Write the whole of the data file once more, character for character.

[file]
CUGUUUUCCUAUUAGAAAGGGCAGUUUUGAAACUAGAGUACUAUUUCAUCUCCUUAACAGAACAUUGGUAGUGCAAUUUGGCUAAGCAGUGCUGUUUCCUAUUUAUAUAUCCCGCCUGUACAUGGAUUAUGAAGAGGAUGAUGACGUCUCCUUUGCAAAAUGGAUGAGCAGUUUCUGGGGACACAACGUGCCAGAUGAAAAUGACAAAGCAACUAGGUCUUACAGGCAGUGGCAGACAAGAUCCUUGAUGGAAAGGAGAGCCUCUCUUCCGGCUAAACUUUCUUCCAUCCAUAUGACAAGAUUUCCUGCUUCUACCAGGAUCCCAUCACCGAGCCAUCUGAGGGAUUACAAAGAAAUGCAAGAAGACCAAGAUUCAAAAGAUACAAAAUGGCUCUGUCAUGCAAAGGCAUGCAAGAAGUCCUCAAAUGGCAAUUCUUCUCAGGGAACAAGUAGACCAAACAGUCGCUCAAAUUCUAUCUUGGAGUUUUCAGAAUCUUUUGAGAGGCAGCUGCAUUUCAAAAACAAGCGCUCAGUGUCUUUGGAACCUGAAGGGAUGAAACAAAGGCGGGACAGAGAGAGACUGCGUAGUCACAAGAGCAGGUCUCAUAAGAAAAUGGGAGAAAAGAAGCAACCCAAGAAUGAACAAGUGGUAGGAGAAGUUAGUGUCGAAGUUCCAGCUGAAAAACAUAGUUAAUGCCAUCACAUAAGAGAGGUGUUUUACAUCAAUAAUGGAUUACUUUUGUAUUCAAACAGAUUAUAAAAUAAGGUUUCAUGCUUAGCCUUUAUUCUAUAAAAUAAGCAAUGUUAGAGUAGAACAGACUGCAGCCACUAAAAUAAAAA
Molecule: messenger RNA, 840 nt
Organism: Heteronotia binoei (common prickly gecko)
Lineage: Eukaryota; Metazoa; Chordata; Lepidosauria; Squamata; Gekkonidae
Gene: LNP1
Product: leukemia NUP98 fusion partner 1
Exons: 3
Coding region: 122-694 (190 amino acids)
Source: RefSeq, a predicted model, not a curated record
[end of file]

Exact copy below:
CUGUUUUCCUAUUAGAAAGGGCAGUUUUGAAACUAGAGUACUAUUUCAUCUCCUUAACAGAACAUUGGUAGUGCAAUUUGGCUAAGCAGUGCUGUUUCCUAUUUAUAUAUCCCGCCUGUACAUGGAUUAUGAAGAGGAUGAUGACGUCUCCUUUGCAAAAUGGAUGAGCAGUUUCUGGGGACACAACGUGCCAGAUGAAAAUGACAAAGCAACUAGGUCUUACAGGCAGUGGCAGACAAGAUCCUUGAUGGAAAGGAGAGCCUCUCUUCCGGCUAAACUUUCUUCCAUCCAUAUGACAAGAUUUCCUGCUUCUACCAGGAUCCCAUCACCGAGCCAUCUGAGGGAUUACAAAGAAAUGCAAGAAGACCAAGAUUCAAAAGAUACAAAAUGGCUCUGUCAUGCAAAGGCAUGCAAGAAGUCCUCAAAUGGCAAUUCUUCUCAGGGAACAAGUAGACCAAACAGUCGCUCAAAUUCUAUCUUGGAGUUUUCAGAAUCUUUUGAGAGGCAGCUGCAUUUCAAAAACAAGCGCUCAGUGUCUUUGGAACCUGAAGGGAUGAAACAAAGGCGGGACAGAGAGAGACUGCGUAGUCACAAGAGCAGGUCUCAUAAGAAAAUGGGAGAAAAGAAGCAACCCAAGAAUGAACAAGUGGUAGGAGAAGUUAGUGUCGAAGUUCCAGCUGAAAAACAUAGUUAAUGCCAUCACAUAAGAGAGGUGUUUUACAUCAAUAAUGGAUUACUUUUGUAUUCAAACAGAUUAUAAAAUAAGGUUUCAUGCUUAGCCUUUAUUCUAUAAAAUAAGCAAUGUUAGAGUAGAACAGACUGCAGCCACUAAAAUAAAAA
Molecule: messenger RNA, 840 nt
Organism: Heteronotia binoei (common prickly gecko)
Lineage: Eukaryota; Metazoa; Chordata; Lepidosauria; Squamata; Gekkonidae
Gene: LNP1
Product: leukemia NUP98 fusion partner 1
Exons: 3
Coding region: 122-694 (190 amino acids)
Source: RefSeq, a predicted model, not a curated record